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Cyber Insecurity and Cyber Libertarianism


CACM Editor-in-Chief Moshe Y. Vardi

One can get a good picture of what is "hot" in technology by attending a Tech Summit. Such events are now held regularly in places trying to compete with Silicon Valley. I attended such a summit a few weeks ago. So what's hot? FinTech (financial technology), MedTech (medical technology), IoT (Internet of Things), and autonomous cars are all hot. These areas attract a high level of venture capital, and one can expect them to grow and reshape the financial, medical, and transportation industries. Underlying these technologies is, of course, the Internet — our "network of insecurity" — so we can expect cyber insecurity to spread across more and more aspects of our lives.

Cyber insecurity seems to be the normal state of affairs these days. In June 2015, the U.S. Office of Personnel Management announced it had been the target of a data breach targeting the records of as many as 18 million people. In late 2016, we learned about two data breaches at Yahoo! Inc., which compromised over one billion accounts. Lastly, during 2016, close to 20,000 email messages from the U.S. Democratic National Committee were leaked via WikiLeaks. U.S. intelligence agencies argued that the Russian government directed the breaches in an attempt to interfere with the U.S. election process. Furthermore, cyber insecurity goes way beyond data breaches. In October 2016, for example, emergency centers in at least 12 U.S. states had been hit by a deluge of fake emergency calls. What cyber disaster is going to happen next?

So here we are, 70 years into the computer age and after three ACM Turing Awards in the area of cryptography (but none in cybersecurity), and we still do not seem to know how to build secure information systems. This state of affairs was bemoaned in 2005 by then ACM President David Patterson, who argued (https://goo.gl/9QbuZc), "We must protect the security and privacy of computer and communication users from criminals and terrorists while preventing the Orwellian vision of Big Brother." Yet here we are, over a decade later, and Patterson's passionate appeal is as relevant as ever! That is not to say we have not made significant progress in the development of security-enhancing techniques, but we have not really succeeded in making information-technology infrastructure more secure. As information technology permeates more and more aspects of our lives, the stakes are getting higher and higher. The risk is no longer merely about compromised privacy. We must worry now about the integrity of vital infrastructure components, including the electrical-power grid, the telecommunication system, the financial system, and the transportation system. And yet, our community marches forward with no special sense of urgency.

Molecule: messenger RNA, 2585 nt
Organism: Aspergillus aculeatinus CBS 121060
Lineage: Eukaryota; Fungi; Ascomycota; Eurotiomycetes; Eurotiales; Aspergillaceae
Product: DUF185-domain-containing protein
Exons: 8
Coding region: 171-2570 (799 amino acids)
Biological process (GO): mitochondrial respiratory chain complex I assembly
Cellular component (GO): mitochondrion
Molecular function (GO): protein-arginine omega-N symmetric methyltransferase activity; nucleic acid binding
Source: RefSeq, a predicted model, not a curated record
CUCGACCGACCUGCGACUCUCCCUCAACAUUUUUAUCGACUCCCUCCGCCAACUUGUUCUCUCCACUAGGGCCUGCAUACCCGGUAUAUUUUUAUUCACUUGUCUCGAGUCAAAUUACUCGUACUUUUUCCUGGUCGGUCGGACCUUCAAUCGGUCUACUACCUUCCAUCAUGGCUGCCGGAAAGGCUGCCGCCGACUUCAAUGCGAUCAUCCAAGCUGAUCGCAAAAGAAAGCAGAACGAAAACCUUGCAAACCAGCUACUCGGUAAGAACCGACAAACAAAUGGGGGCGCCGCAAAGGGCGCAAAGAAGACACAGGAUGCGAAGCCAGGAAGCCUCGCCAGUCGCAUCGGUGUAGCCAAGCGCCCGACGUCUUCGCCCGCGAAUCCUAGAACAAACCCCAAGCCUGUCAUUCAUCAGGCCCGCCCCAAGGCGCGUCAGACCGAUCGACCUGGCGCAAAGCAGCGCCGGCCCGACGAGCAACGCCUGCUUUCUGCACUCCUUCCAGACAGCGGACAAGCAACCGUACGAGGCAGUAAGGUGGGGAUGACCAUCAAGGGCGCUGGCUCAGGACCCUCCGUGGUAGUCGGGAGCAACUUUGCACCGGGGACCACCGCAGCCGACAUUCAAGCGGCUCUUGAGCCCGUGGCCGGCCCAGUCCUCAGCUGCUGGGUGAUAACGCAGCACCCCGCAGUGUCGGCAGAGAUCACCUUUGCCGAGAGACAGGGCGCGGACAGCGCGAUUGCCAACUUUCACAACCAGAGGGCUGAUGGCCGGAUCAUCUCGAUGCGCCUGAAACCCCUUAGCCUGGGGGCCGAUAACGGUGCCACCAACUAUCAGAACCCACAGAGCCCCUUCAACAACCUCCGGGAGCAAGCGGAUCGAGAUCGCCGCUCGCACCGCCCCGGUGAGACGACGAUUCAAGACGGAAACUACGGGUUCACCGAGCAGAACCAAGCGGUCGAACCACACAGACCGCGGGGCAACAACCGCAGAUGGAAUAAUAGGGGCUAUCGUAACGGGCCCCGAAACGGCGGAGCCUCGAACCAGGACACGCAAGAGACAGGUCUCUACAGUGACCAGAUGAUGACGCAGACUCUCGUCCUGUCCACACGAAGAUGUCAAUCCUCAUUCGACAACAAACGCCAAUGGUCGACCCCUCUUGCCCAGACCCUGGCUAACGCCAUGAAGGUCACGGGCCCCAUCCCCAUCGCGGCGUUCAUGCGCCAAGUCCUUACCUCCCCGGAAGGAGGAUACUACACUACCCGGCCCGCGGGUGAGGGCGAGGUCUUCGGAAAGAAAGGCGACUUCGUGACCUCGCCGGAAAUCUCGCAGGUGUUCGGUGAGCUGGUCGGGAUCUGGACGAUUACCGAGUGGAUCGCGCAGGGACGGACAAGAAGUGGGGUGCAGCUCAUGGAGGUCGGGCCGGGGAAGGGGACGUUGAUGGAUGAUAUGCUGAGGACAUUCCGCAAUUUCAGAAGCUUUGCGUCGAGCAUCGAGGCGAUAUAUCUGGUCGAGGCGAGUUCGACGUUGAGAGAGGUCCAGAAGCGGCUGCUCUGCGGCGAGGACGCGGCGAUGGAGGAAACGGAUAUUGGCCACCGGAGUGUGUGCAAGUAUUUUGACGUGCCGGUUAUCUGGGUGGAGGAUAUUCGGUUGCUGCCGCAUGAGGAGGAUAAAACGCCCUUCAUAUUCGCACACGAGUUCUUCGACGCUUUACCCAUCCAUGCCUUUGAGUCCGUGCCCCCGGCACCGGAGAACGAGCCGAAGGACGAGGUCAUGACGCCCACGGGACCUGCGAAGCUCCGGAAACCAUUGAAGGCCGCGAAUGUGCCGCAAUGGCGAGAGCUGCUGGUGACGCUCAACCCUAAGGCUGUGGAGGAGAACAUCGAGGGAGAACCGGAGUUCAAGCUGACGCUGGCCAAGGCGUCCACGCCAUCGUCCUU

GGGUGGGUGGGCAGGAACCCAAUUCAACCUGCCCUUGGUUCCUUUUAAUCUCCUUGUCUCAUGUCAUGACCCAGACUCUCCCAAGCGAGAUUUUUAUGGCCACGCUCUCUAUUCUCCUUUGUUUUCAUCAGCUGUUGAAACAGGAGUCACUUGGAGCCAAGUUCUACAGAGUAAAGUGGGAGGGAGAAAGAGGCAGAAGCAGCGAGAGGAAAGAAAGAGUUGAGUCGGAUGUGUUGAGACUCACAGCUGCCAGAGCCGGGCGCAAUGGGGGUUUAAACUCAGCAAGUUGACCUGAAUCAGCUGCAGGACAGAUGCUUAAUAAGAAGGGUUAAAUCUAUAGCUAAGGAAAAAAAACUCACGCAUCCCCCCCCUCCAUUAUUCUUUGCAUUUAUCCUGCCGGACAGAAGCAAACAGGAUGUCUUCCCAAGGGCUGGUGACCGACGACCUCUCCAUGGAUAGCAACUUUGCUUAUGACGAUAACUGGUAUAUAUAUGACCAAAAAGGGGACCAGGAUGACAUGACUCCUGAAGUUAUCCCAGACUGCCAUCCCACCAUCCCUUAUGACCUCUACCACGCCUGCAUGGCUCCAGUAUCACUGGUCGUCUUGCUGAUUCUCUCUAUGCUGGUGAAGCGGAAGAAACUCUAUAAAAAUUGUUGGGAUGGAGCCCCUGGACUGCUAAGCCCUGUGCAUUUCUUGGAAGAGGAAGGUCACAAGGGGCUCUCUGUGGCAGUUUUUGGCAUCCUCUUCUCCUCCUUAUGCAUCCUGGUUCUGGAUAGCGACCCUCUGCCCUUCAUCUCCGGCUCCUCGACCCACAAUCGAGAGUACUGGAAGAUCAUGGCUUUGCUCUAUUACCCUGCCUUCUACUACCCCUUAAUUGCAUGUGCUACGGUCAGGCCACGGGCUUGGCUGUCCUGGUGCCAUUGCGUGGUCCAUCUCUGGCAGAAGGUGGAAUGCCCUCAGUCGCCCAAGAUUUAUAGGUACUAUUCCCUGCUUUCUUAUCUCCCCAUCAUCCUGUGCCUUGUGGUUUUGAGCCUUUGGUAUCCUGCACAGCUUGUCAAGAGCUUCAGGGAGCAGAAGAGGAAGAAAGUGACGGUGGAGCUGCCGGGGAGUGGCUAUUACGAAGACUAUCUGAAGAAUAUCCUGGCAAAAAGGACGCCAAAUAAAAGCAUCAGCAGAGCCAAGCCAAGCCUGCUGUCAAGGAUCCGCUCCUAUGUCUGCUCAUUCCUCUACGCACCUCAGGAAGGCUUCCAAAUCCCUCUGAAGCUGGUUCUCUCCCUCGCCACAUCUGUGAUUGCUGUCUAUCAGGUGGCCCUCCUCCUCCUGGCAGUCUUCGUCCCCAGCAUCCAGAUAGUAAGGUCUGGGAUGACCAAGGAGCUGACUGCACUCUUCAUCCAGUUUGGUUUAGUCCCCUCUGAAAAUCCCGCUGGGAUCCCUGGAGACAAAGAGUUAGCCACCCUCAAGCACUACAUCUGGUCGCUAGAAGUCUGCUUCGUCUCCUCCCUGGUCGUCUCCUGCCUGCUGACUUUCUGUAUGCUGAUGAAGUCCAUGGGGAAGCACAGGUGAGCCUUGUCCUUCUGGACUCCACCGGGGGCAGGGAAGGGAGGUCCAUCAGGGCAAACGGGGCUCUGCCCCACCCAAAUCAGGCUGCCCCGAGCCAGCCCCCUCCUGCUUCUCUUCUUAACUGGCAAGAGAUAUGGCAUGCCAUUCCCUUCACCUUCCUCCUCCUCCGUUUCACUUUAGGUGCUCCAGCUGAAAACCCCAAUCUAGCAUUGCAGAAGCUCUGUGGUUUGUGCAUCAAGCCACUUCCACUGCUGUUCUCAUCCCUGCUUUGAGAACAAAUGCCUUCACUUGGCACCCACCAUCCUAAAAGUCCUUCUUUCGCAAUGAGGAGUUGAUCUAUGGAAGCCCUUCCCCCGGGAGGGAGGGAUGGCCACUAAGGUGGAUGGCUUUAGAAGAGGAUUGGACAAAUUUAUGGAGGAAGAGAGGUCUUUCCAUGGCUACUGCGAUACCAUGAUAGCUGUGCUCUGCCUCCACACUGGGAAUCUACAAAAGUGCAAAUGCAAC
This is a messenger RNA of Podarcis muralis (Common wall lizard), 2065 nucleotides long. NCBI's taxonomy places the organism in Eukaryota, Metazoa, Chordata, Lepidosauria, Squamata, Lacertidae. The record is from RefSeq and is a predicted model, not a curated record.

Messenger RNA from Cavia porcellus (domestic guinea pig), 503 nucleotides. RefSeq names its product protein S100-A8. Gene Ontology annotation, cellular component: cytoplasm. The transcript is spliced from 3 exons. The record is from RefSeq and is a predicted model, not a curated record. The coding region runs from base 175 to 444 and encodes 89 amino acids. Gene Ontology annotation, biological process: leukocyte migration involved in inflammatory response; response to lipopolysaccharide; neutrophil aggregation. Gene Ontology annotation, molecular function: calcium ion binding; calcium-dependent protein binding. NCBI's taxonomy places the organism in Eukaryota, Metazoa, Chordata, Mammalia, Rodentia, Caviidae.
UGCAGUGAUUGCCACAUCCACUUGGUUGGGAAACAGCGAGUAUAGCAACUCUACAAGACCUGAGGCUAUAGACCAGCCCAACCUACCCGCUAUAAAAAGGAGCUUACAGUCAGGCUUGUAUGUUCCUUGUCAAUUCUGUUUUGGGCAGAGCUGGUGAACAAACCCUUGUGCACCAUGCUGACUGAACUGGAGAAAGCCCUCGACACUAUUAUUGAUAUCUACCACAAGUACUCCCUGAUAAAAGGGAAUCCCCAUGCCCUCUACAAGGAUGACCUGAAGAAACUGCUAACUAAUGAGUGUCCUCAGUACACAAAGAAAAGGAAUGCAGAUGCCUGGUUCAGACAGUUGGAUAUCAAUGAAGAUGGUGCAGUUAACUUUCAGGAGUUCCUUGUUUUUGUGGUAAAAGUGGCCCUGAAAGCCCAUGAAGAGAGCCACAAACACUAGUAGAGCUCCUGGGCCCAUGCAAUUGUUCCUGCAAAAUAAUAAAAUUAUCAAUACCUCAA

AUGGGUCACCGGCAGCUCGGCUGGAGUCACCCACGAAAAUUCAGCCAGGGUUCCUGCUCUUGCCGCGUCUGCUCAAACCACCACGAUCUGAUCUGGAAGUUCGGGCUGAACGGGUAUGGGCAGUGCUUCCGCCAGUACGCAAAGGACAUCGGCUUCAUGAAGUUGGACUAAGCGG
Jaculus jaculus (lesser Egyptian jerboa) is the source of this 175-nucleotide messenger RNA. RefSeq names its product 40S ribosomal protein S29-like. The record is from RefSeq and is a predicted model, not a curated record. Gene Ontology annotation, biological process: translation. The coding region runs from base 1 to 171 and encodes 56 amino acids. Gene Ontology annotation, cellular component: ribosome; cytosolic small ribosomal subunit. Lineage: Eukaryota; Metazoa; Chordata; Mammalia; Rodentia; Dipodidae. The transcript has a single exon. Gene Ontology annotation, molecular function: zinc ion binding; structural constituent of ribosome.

The basic problem, I believe, is that security never gets a high-enough priority. We build a computing system for certain functionality, and functionality sells. Then we discover security vulnerabilities and fix them, and security of the system does improve. Microsoft Windows 10 is much, much better security-wise than Windows XP. The question is whether we are eliminating old vulnerabilities faster than we are creating new ones. Judging by the number of publicized security breaches and attacks, the answer to that question seems to be negative.

This raises some very fundamental questions about our field. Are we investing enough in cybersecurity research? Has the research yielded solid scientific foundations as well as useful solutions? Has industry failed to adopt these solutions due to cost/benefit? More fundamentally, how do we change the trajectory in a fundamental way, so the cybersecurity derivative goes from being negative to being positive?

We can draw an analogy to car safety. Over the past 100 years, the amount of vehicle miles traveled has been steadily increasing, but fatalities with respect to vehicle miles traveled have been decreasing. Car safety has been increasing mostly due to government regulation. For example, the U.S. Congress established the National Transportation Safety Board in 1926. Why is there no National Cyber Security Board?

Cyber libertarianism refers to the belief that individuals should be at liberty to pursue their own tastes and interests online. Cyber libertarianism is a common attitude in the tech community; "regulation stifles innovation" is the prevailing mantra. One could imagine a similar attitude being applied to the car industry, but history has shown that regulation and innovation can co-exist. The tech community has not been able to address the cybersecurity situation on its own; it is time to get governments involved, via laws and regulations. Numerous issues will have to be debated and resolved, but we must accept, I believe, that the cybersecurity problem will not be resolved by the market.

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